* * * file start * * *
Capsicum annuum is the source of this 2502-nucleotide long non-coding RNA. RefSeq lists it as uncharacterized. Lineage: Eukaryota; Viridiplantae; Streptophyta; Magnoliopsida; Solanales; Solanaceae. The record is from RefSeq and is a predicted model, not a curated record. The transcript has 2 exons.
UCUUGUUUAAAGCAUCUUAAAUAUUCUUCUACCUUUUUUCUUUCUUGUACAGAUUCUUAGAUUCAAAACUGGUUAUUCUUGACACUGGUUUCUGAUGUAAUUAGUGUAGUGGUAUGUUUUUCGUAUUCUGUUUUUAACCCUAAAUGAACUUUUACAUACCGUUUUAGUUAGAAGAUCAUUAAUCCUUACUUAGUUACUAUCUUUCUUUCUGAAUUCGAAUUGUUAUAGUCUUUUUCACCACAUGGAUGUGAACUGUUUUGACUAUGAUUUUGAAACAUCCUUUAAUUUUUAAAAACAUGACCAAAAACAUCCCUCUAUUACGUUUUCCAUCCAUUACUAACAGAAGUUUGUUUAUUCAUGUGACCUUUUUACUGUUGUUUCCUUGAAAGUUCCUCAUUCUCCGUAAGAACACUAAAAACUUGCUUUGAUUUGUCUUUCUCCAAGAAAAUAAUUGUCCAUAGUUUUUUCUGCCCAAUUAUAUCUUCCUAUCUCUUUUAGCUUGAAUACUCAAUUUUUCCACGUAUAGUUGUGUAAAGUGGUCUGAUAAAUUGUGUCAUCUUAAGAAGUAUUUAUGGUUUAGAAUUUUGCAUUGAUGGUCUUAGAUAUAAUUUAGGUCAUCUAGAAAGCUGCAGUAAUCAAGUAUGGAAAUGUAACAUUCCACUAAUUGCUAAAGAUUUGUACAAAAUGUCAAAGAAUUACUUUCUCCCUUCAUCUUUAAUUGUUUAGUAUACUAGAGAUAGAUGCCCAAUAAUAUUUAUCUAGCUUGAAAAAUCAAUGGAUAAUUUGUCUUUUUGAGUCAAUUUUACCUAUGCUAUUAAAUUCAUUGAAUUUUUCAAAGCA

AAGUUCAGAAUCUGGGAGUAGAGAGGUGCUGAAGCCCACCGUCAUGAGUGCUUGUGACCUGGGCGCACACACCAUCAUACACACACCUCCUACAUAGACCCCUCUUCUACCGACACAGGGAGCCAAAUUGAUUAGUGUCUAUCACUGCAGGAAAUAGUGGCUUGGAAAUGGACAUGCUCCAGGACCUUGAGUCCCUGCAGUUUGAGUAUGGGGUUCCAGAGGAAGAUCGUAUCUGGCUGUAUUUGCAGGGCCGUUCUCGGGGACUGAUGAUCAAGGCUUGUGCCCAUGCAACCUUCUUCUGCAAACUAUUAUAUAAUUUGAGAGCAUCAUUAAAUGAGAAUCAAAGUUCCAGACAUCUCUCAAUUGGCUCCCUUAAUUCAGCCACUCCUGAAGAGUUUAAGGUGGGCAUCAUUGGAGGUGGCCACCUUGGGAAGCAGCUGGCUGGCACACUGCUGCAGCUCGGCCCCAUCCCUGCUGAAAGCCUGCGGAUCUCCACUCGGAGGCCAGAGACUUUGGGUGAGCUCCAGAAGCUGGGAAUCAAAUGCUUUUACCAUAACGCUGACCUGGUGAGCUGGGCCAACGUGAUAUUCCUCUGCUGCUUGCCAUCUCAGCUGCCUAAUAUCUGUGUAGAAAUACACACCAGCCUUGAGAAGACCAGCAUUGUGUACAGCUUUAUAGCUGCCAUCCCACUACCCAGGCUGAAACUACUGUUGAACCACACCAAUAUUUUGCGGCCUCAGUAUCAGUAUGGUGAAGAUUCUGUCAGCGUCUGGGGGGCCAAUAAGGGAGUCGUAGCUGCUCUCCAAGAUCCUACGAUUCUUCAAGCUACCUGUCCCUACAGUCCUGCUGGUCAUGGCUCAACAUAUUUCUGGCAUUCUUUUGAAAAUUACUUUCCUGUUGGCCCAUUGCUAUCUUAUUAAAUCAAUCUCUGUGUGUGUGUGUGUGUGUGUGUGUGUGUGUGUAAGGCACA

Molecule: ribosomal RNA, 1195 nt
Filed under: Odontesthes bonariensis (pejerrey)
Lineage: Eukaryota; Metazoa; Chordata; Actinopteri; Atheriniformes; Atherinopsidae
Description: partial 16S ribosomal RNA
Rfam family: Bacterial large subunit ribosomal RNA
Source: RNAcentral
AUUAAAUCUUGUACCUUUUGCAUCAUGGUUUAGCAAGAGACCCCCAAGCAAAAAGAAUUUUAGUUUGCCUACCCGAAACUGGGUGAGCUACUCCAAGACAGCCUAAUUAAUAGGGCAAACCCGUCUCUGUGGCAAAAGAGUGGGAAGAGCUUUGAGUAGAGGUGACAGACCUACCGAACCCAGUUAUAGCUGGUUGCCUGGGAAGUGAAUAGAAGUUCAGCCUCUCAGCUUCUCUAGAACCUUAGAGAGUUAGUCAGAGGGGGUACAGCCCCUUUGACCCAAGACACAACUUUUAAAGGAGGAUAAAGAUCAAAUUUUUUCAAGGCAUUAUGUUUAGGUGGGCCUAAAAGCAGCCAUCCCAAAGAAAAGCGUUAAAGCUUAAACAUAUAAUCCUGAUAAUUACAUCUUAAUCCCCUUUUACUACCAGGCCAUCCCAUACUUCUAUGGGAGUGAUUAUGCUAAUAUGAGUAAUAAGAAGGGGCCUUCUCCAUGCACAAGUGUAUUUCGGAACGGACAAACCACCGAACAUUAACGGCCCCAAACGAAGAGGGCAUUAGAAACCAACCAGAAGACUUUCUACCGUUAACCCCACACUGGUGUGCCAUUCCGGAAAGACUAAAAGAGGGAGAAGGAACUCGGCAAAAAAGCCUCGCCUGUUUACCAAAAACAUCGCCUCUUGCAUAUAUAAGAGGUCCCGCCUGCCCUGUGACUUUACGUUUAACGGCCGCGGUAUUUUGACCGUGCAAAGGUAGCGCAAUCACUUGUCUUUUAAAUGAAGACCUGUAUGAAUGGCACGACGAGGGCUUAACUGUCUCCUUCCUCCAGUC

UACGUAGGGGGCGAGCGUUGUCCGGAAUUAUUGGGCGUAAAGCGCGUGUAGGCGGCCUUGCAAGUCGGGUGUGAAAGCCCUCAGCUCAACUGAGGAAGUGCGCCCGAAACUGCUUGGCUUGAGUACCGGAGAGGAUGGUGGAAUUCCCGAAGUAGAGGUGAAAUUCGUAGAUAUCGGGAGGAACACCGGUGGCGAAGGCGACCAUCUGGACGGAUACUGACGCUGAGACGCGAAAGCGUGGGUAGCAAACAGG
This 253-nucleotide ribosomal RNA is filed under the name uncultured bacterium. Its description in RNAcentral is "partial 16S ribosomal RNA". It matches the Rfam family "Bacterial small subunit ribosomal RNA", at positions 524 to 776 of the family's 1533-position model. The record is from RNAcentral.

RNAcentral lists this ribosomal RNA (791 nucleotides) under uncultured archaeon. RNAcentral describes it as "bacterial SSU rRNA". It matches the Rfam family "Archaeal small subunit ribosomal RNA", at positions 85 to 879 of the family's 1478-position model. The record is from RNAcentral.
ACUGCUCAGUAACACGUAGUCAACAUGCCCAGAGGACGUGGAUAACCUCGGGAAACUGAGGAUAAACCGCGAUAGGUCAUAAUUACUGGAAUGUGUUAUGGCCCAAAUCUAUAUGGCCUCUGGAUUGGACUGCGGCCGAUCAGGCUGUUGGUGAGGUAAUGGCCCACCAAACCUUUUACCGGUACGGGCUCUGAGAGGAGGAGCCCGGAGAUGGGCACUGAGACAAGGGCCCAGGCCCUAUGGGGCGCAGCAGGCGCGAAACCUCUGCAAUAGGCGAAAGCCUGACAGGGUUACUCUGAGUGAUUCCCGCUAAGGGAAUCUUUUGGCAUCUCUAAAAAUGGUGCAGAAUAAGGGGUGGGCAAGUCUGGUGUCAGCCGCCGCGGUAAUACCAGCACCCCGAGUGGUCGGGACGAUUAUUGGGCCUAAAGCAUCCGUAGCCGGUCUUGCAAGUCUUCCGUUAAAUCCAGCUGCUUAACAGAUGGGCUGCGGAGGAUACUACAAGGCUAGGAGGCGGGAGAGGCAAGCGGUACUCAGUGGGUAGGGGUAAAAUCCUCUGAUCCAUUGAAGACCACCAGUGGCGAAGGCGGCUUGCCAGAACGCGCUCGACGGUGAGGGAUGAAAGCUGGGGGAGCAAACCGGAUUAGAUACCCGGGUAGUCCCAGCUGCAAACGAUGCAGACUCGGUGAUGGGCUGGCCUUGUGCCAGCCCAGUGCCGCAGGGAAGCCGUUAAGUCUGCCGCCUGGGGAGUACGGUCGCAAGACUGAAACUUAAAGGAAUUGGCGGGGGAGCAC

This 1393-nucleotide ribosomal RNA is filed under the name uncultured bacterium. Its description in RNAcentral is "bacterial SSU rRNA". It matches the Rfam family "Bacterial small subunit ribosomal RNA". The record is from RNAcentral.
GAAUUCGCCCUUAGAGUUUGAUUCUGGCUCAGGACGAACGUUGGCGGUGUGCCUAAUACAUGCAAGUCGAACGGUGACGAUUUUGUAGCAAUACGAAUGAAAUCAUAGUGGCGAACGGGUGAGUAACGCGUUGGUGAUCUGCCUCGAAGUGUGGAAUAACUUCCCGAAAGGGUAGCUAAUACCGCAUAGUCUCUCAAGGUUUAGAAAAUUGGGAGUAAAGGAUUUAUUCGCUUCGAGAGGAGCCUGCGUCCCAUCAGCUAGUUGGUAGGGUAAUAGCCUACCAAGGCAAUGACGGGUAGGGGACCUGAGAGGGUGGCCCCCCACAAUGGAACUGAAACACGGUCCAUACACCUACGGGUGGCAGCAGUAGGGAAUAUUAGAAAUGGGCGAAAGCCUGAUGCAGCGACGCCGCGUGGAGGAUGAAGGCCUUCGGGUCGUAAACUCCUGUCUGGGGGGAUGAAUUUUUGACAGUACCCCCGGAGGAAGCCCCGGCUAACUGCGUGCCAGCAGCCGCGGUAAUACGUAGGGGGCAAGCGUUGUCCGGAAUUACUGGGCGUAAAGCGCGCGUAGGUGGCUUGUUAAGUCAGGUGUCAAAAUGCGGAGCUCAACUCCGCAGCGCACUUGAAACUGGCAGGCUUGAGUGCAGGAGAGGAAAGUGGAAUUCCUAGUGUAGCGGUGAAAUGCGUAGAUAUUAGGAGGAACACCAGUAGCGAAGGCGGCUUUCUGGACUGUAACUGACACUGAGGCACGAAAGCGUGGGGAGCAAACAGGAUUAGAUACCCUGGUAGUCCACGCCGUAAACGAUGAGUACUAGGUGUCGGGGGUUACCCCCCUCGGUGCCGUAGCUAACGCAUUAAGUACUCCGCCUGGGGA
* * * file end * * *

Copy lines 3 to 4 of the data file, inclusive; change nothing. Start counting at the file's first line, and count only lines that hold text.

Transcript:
AAGUUCAGAAUCUGGGAGUAGAGAGGUGCUGAAGCCCACCGUCAUGAGUGCUUGUGACCUGGGCGCACACACCAUCAUACACACACCUCCUACAUAGACCCCUCUUCUACCGACACAGGGAGCCAAAUUGAUUAGUGUCUAUCACUGCAGGAAAUAGUGGCUUGGAAAUGGACAUGCUCCAGGACCUUGAGUCCCUGCAGUUUGAGUAUGGGGUUCCAGAGGAAGAUCGUAUCUGGCUGUAUUUGCAGGGCCGUUCUCGGGGACUGAUGAUCAAGGCUUGUGCCCAUGCAACCUUCUUCUGCAAACUAUUAUAUAAUUUGAGAGCAUCAUUAAAUGAGAAUCAAAGUUCCAGACAUCUCUCAAUUGGCUCCCUUAAUUCAGCCACUCCUGAAGAGUUUAAGGUGGGCAUCAUUGGAGGUGGCCACCUUGGGAAGCAGCUGGCUGGCACACUGCUGCAGCUCGGCCCCAUCCCUGCUGAAAGCCUGCGGAUCUCCACUCGGAGGCCAGAGACUUUGGGUGAGCUCCAGAAGCUGGGAAUCAAAUGCUUUUACCAUAACGCUGACCUGGUGAGCUGGGCCAACGUGAUAUUCCUCUGCUGCUUGCCAUCUCAGCUGCCUAAUAUCUGUGUAGAAAUACACACCAGCCUUGAGAAGACCAGCAUUGUGUACAGCUUUAUAGCUGCCAUCCCACUACCCAGGCUGAAACUACUGUUGAACCACACCAAUAUUUUGCGGCCUCAGUAUCAGUAUGGUGAAGAUUCUGUCAGCGUCUGGGGGGCCAAUAAGGGAGUCGUAGCUGCUCUCCAAGAUCCUACGAUUCUUCAAGCUACCUGUCCCUACAGUCCUGCUGGUCAUGGCUCAACAUAUUUCUGGCAUUCUUUUGAAAAUUACUUUCCUGUUGGCCCAUUGCUAUCUUAUUAAAUCAAUCUCUGUGUGUGUGUGUGUGUGUGUGUGUGUGUGUGUAAGGCACA

Molecule: ribosomal RNA, 1195 nt